Chris Oakley wrote:
[quoting Dan Solomon:]
>>So this is the way I look at the QFT "recipe". It works but it doen't
>>look like a fundamental theory. There must be something else behind
> This is very well put, and begs the question, "Why is turning the recipe
> into a theory generally considered such a low-priority task?"
Because people usually put their priority on what they find tractable.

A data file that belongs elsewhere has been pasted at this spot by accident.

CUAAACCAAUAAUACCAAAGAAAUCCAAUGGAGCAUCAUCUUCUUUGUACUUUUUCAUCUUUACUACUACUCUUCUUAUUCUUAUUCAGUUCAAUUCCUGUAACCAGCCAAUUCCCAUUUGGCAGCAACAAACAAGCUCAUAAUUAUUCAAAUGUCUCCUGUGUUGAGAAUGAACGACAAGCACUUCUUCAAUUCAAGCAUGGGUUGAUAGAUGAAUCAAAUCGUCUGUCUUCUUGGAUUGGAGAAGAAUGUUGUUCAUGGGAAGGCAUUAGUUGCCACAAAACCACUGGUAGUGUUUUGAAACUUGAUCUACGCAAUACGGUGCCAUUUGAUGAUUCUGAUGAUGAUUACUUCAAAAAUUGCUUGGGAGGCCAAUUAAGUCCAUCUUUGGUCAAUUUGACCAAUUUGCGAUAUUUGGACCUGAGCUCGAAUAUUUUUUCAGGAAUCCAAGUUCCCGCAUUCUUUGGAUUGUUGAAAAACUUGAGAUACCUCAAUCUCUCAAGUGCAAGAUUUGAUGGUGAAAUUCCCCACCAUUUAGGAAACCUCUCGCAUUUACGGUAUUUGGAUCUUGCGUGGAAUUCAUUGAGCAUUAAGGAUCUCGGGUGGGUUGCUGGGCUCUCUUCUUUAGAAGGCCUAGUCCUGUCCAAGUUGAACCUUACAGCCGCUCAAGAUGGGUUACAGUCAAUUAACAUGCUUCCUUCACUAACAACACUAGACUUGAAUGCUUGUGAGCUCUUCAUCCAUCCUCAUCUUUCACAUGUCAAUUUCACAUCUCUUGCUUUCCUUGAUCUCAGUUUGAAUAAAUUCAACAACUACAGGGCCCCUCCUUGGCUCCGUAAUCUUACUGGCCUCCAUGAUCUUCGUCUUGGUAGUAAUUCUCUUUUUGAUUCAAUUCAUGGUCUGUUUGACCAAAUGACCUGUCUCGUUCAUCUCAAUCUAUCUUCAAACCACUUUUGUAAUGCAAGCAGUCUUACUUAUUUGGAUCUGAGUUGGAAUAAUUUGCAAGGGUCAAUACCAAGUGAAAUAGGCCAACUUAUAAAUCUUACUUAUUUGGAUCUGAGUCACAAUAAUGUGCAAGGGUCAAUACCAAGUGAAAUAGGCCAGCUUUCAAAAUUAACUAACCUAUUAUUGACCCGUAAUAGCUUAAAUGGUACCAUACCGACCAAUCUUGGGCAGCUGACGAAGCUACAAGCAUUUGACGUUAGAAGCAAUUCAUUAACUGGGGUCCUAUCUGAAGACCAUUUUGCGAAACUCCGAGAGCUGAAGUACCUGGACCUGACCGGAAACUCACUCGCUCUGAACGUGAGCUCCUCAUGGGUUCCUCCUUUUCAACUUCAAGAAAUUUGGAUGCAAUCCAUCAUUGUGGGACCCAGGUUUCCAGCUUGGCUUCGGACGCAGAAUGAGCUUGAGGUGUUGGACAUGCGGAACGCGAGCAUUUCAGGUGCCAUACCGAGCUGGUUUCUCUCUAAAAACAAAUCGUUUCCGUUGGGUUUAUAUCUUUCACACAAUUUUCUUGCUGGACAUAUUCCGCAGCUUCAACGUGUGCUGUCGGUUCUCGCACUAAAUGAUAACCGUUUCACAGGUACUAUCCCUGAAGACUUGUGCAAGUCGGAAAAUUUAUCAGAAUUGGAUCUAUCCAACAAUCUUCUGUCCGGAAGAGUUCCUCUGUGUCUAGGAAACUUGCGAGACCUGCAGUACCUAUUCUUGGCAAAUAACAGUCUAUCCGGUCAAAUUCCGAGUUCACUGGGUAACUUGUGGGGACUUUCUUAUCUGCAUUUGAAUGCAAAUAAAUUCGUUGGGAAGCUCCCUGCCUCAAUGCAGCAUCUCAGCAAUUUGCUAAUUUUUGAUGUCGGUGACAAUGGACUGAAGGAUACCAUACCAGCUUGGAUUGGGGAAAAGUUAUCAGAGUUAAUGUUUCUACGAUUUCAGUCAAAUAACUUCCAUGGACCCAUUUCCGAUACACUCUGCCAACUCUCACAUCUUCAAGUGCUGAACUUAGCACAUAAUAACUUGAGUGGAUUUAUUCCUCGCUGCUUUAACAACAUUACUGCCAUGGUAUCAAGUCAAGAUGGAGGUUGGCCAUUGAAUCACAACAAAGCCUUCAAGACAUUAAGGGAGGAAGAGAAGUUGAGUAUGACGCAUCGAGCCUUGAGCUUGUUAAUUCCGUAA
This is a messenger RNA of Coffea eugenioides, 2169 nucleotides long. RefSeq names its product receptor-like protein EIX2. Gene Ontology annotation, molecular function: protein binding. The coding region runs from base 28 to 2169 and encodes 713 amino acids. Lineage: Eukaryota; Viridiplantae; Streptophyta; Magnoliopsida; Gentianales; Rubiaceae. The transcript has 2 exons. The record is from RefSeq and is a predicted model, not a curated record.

Surely there is something fully rigorous behind it, but the
nonperturbative theory is very difficult functional analysis
which no one knows how to attack.
The perturbative theory (clearly not fundamental since it stops
short of producing actual functions) is already completely
understood through renormalization group arguments, though you
don't seem to like it. But it is unlikely to get any neater
by further tinkering with it, so nobody is interested in wasting
their time. Those who look for a challenge rather try to get
directly at the nonperturbative case.